Though developed markets will record stronger-than-usual growth, the pace of growth in global economic activity will be slower than the 5.5 per cent estimated for this year, FSCRIR said.
This will put downward pressure on demand for commodities, particularly when the Chinese economy faces many risks, particularly in the real estate sector.
Fitch Solutions has forecast a slowdown in China with Beijing’s real GDP expected to grow 5.4 per cent next year against 7.8 per cent this year. On the other hand, it said monetary policy tightening will continue and spread to the developed markets throughout 2022. Most banks will start ending their quantitative easing programmes early next year and there would be a 25-basis points interest hike in the US.
Strong prices this year will incentivize production next year, particularly in agriculture. Though the labour market will remain tight with rising salaries across many markets, improving vaccine access will help loosen travel restrictions resulting in migrant labour availability, said Fitch Solutions.
“We would expect agricultural commodity prices to ease through next year, but they will remain above long-term averages. Due to weather hitting the crops, the wheat market has traded to multi-year highs… Assuming normal weather in 2022, wheat should see ending stocks edging higher,” ING Think’s Patterson said.
However, there is uncertainty over sugar and coffee going into next season with La Niña weather risks building in Brazil. The coffee market has already suffered from drought and frost damage. “How much of an impact this will have on next season’s crop will depend on precipitation over the rainy season. Given the uncertainty, coffee prices are likely to remain elevated until the market gets a better idea of how big Brazil’s next crop will be,” he said.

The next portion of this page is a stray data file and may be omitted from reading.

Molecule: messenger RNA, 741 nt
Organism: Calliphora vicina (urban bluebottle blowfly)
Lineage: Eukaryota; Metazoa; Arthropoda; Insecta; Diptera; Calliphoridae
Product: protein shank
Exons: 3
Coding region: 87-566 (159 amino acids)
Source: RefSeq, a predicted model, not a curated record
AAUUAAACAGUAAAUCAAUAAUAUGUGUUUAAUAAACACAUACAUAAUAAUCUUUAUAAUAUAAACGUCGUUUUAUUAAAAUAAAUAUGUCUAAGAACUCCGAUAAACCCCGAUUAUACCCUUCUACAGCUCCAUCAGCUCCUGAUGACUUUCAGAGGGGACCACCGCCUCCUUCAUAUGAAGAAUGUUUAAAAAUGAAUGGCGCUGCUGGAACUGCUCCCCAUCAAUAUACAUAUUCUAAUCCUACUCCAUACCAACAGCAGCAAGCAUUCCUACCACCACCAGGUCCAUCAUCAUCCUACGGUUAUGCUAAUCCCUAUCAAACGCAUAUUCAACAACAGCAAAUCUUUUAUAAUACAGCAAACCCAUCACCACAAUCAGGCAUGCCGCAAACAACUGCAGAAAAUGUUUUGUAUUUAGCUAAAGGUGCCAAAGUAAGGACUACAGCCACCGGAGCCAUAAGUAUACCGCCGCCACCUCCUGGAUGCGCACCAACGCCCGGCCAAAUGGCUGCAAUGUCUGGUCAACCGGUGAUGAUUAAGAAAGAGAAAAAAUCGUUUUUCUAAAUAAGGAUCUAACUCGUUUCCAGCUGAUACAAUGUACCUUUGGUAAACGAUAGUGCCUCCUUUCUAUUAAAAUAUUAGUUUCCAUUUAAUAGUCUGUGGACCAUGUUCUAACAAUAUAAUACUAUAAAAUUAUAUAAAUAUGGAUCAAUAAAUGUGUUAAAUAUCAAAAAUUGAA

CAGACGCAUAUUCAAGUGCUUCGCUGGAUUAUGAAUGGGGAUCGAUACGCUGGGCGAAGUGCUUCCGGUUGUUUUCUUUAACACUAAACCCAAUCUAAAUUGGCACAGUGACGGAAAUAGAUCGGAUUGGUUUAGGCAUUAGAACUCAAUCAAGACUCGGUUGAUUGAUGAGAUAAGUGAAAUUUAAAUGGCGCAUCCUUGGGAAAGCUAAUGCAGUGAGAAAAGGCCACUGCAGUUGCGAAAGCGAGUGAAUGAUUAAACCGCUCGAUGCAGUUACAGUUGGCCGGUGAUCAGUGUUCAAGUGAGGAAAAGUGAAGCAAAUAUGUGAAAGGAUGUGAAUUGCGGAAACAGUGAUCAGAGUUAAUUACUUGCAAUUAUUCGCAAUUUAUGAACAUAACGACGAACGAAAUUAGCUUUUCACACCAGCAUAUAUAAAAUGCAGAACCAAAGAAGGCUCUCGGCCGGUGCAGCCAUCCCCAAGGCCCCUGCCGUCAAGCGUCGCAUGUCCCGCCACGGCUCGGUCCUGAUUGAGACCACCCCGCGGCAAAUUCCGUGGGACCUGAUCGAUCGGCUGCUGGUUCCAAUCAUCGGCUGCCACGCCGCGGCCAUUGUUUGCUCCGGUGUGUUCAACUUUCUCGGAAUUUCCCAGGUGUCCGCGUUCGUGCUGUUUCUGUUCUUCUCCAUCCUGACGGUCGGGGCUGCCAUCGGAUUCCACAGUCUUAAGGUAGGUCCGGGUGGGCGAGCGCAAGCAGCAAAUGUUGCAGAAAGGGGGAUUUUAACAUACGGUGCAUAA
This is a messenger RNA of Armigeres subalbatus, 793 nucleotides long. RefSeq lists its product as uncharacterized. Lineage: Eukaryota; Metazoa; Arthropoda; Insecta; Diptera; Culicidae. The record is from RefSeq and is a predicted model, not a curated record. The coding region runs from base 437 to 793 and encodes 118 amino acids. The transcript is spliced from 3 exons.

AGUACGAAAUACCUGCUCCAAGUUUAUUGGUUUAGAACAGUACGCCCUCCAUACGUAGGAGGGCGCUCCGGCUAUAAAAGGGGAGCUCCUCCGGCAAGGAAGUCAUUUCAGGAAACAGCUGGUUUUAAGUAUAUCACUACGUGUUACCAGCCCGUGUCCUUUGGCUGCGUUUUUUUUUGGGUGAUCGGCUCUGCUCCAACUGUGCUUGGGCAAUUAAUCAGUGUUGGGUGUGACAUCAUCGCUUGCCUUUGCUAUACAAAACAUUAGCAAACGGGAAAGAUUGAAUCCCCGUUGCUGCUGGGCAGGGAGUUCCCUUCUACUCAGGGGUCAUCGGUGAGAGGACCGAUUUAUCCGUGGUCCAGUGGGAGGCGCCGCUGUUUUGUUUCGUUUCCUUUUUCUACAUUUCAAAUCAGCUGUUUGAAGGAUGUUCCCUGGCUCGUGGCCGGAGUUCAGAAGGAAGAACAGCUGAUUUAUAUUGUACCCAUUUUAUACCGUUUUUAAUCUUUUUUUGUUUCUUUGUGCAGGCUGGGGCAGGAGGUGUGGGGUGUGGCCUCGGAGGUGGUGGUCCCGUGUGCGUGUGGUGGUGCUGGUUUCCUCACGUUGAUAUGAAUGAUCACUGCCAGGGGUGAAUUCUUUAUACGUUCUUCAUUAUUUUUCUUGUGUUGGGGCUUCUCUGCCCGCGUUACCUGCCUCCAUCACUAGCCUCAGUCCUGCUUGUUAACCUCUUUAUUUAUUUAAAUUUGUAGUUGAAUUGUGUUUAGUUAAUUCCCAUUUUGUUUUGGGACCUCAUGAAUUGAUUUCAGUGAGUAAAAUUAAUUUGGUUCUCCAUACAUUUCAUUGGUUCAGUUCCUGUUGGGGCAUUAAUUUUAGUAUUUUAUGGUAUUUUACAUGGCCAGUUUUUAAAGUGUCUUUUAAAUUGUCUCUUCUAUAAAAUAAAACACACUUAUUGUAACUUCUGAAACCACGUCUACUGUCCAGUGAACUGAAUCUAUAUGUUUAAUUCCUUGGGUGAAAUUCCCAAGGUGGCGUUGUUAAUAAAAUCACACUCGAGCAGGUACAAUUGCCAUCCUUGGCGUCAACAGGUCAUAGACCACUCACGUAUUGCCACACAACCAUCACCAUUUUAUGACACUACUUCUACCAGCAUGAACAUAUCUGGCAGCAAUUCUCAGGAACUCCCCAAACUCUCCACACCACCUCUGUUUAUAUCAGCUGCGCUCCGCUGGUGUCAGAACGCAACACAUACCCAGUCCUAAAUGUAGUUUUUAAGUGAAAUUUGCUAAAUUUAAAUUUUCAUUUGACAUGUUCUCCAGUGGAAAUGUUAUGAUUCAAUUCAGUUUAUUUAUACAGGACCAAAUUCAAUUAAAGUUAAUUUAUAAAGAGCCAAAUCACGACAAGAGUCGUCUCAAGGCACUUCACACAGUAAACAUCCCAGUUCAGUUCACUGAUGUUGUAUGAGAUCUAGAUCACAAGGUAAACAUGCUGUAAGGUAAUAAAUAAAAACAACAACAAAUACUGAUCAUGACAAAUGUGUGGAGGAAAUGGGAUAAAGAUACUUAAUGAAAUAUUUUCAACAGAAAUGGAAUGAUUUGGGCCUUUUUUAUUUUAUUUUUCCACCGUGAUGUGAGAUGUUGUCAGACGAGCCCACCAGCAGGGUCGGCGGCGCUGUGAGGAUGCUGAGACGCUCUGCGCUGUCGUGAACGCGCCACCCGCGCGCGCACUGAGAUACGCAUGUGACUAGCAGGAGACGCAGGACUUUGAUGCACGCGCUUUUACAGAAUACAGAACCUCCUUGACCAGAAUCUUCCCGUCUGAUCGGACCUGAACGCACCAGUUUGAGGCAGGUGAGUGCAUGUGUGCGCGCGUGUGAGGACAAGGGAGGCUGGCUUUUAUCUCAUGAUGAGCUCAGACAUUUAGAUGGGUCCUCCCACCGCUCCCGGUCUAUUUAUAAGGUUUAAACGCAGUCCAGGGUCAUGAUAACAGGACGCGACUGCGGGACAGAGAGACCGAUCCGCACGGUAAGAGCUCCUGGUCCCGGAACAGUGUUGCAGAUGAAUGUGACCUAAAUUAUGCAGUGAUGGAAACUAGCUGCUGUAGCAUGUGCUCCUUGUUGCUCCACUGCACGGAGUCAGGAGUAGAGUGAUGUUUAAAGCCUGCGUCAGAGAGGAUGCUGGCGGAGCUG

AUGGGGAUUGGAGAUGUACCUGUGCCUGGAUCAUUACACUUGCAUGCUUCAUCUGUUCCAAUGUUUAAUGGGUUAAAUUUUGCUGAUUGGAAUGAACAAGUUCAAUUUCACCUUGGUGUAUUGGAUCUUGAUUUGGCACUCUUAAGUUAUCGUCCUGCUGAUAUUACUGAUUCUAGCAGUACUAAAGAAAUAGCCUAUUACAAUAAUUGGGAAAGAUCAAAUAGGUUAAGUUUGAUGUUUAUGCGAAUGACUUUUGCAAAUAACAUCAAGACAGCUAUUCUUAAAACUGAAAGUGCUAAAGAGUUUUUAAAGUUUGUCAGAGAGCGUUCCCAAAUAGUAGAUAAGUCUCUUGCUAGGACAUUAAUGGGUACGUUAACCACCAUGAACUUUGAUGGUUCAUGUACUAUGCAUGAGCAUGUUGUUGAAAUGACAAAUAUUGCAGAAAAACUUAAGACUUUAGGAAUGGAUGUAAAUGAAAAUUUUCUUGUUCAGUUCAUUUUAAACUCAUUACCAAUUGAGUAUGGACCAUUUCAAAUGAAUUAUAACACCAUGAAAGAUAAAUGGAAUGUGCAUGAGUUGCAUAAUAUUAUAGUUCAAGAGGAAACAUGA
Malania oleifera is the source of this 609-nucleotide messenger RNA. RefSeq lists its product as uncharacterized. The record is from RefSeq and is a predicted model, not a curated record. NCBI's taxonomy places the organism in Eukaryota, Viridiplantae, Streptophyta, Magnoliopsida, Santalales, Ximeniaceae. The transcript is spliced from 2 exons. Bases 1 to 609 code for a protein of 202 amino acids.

Metals to slip
On the metals front, Fitch Solutions said slowing economic growth, tightening monetary policy and property sector woes in China could drive metals lower next year. Prices would be higher than pre-Covid levels, as the market balance for most metals is tight and stocks are at historical lows.
ING Think concurred with the view and said the sentiment around the outlook for demand in the medium-term is constructive due to growing investments in green projects that are metal-intensive - a view supported by Fitch Solutions. Patterson said the research team was bullish on aluminium as it was heading into structural deficits and there were no quick-fix solutions.
FSCRIR has forecast its Industrial Metals index to decline by 10.8 per cent next year after a projected 44.1 per cent rise this year. It said iron ore and steel prices may decline, while tin prices may average higher. Copper, nickel and aluminium could see declines than ferrous metals.
Both research agencies said that strong supply from nations outside the Organization of Petroleum Exporting Countries (OPEC) and easing of OPEC supply cuts could cap crude oil prices.
They also see tightening monetary policy and strengthening the US dollar putting downward pressure on precious metals, particularly gold.